Rock Steady: Support MdDS research

Sufferers of a rare neurological condition have launched a campaign to raise funds for potentially life-changing research at La Trobe University. The research would be conducted by La Trobe neuroscientist Dr Alan Pearce (pictured).

Imagine stepping off a boat but continuing to experience the rocking motions of the open sea — all day, every day. That's the reality for sufferers of Mal de Debarquement Syndrome (MdDS).

MdDS is a neurological condition induced after exposure to passive motion, such as sea or air travel. People with MdDS describe the condition as like living with a persistent feeling of rocking, or as if they were permanently walking on a trampoline.

While causes of the condition are not fully understood, researchers believe it occurs after the brain incorrectly adapts to rocking and bobbing motions, leading to continued imbalance even when sufferers return to stable ground.

There is no proven clinical cure for the condition, but research first conducted in the United States by Dr Yoon-Hee Cha of the Laureate Institute for Brain Research has shown advantages in using non-invasive brain stimulation to reduce symptoms.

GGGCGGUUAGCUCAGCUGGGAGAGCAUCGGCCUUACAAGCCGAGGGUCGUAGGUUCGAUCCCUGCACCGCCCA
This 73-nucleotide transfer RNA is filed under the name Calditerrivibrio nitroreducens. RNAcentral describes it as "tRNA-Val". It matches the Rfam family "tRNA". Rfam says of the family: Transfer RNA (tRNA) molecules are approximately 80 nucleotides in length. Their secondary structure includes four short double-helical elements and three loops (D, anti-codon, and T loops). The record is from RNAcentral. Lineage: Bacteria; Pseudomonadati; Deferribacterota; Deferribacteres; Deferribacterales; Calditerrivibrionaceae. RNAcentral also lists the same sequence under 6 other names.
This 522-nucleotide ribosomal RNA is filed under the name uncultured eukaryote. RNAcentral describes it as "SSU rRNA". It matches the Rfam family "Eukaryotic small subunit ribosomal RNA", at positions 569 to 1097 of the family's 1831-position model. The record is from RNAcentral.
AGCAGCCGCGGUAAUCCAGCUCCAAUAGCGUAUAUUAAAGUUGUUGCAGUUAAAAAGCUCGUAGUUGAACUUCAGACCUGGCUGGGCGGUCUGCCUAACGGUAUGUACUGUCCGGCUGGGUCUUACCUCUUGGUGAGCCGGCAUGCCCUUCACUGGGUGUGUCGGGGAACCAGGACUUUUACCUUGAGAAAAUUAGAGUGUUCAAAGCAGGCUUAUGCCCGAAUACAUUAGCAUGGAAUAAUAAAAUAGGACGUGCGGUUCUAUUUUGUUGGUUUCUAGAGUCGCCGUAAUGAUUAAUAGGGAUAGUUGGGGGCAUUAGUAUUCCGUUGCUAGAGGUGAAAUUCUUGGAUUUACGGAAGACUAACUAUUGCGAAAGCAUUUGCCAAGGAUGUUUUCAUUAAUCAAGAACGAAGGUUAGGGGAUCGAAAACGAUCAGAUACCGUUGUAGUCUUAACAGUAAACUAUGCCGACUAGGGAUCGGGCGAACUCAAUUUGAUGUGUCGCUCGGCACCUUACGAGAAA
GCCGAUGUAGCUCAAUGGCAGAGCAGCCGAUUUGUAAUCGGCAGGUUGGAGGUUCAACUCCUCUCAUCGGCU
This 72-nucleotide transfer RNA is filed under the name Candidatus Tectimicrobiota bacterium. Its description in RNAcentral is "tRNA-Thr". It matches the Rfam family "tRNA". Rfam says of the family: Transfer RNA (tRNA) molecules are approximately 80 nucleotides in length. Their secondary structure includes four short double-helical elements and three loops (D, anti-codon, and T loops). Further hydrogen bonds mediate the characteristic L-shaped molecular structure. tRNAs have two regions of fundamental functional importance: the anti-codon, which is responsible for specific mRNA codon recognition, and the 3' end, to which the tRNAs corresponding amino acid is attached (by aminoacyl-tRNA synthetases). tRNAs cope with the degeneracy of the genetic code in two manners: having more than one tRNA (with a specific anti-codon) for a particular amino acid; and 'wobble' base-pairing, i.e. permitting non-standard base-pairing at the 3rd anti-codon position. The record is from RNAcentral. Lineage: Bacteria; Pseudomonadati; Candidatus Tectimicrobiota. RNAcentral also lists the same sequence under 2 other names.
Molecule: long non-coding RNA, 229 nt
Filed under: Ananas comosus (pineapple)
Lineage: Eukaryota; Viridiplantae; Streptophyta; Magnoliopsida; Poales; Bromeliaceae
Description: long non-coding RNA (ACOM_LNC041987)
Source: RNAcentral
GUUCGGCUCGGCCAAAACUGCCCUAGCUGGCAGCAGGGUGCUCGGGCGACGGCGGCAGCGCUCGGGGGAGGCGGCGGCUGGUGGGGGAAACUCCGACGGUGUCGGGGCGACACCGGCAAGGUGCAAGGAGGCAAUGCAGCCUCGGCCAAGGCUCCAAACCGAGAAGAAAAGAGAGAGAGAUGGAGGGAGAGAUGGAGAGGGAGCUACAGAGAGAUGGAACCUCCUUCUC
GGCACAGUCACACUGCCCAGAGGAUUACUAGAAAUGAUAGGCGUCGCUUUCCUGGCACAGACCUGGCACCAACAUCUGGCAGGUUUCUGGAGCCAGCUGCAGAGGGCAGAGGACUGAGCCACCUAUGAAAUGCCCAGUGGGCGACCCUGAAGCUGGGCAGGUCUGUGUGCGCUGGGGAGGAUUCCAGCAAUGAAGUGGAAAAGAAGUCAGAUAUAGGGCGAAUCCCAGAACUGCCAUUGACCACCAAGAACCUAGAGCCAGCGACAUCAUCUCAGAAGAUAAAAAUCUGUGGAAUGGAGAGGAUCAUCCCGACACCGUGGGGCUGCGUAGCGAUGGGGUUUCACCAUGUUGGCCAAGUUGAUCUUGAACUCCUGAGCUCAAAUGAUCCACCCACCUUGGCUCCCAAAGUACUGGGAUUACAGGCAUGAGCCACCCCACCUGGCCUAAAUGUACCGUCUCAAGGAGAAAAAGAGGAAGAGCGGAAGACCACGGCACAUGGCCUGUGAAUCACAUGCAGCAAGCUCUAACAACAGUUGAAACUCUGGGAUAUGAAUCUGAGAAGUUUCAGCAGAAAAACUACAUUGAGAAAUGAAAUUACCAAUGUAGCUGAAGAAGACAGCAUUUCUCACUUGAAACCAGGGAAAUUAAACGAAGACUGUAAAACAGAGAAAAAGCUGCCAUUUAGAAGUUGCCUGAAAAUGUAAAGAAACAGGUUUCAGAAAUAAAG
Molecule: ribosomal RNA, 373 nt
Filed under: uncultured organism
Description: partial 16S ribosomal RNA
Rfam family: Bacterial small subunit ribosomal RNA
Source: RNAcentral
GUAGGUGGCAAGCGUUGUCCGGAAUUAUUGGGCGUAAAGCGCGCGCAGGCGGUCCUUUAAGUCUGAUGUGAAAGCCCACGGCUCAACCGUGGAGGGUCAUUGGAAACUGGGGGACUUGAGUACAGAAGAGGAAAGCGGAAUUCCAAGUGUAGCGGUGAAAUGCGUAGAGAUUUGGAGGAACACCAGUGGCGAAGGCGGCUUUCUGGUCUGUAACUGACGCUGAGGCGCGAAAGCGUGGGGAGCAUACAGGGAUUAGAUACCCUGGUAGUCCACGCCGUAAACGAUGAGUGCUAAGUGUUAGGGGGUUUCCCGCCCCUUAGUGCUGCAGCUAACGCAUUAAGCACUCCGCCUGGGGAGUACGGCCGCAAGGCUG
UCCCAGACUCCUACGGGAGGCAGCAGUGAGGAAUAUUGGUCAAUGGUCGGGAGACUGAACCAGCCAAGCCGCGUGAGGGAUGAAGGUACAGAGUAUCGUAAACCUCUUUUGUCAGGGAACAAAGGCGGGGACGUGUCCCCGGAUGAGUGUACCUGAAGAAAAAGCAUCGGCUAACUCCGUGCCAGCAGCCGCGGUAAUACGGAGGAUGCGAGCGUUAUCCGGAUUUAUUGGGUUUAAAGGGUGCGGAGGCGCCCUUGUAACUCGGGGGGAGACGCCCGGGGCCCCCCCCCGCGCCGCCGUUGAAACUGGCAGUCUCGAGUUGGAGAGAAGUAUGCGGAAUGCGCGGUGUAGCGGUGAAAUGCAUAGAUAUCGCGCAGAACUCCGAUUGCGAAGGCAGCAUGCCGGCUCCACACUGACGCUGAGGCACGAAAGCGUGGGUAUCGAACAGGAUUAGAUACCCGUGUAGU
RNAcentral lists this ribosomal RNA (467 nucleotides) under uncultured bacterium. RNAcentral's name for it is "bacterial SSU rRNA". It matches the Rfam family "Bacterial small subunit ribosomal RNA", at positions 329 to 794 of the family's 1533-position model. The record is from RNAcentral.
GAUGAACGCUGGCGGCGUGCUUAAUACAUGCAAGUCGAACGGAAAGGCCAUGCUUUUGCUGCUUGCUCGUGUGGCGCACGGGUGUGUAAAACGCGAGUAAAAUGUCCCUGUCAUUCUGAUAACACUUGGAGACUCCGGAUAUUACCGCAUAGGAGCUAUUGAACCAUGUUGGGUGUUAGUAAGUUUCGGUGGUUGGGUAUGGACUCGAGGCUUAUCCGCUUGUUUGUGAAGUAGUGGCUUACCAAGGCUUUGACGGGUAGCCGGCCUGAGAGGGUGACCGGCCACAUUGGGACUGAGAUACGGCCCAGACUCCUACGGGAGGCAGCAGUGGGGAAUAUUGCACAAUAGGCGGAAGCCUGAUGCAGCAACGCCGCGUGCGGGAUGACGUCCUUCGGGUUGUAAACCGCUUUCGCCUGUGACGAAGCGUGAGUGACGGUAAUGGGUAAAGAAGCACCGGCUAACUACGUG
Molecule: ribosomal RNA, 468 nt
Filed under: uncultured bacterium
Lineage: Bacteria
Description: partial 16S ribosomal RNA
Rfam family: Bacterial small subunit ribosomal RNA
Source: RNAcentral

Members of MdDS Australia, a support group for people experiencing the rare condition, are aiming to raise funds to support further research into the condition.

The group approached neuroscientist and La Trobe Associate Professor Alan Pearce, who conducted a preliminary study with MdDS sufferers in 2014. He has been investigating the impact of repetitive transcranial magnetic stimulation (rTMS) to reduce symptoms of the condition. His paper on this topic was published in the Journal of Neuropsychology.

Dr Pearce advises more research is required to determine the long-term effectiveness of rTMS, which delivers repeated electromagnetic pulses to specific parts of the brain.

“We need to see how effective this treatment is, but also how long it can be effective for,” Dr Pearce said. “Once we have this evidence, the hope is that the condition will be properly recognised, and treatment will be made available through Medicare.”

“The condition has a very real impact on people’s lives,” Dr Pearce explained. “Often people can no longer work or they have to work reduced hours. There are many exacerbating factors such as fatigue, stress, anxiety, bright lighting, confined spaces, computer work and the list goes on. Quality of life is totally compromised.”

Frustration is also common among MdDS patients, as often they can often be misdiagnosed or prescribed unnecessary medication.

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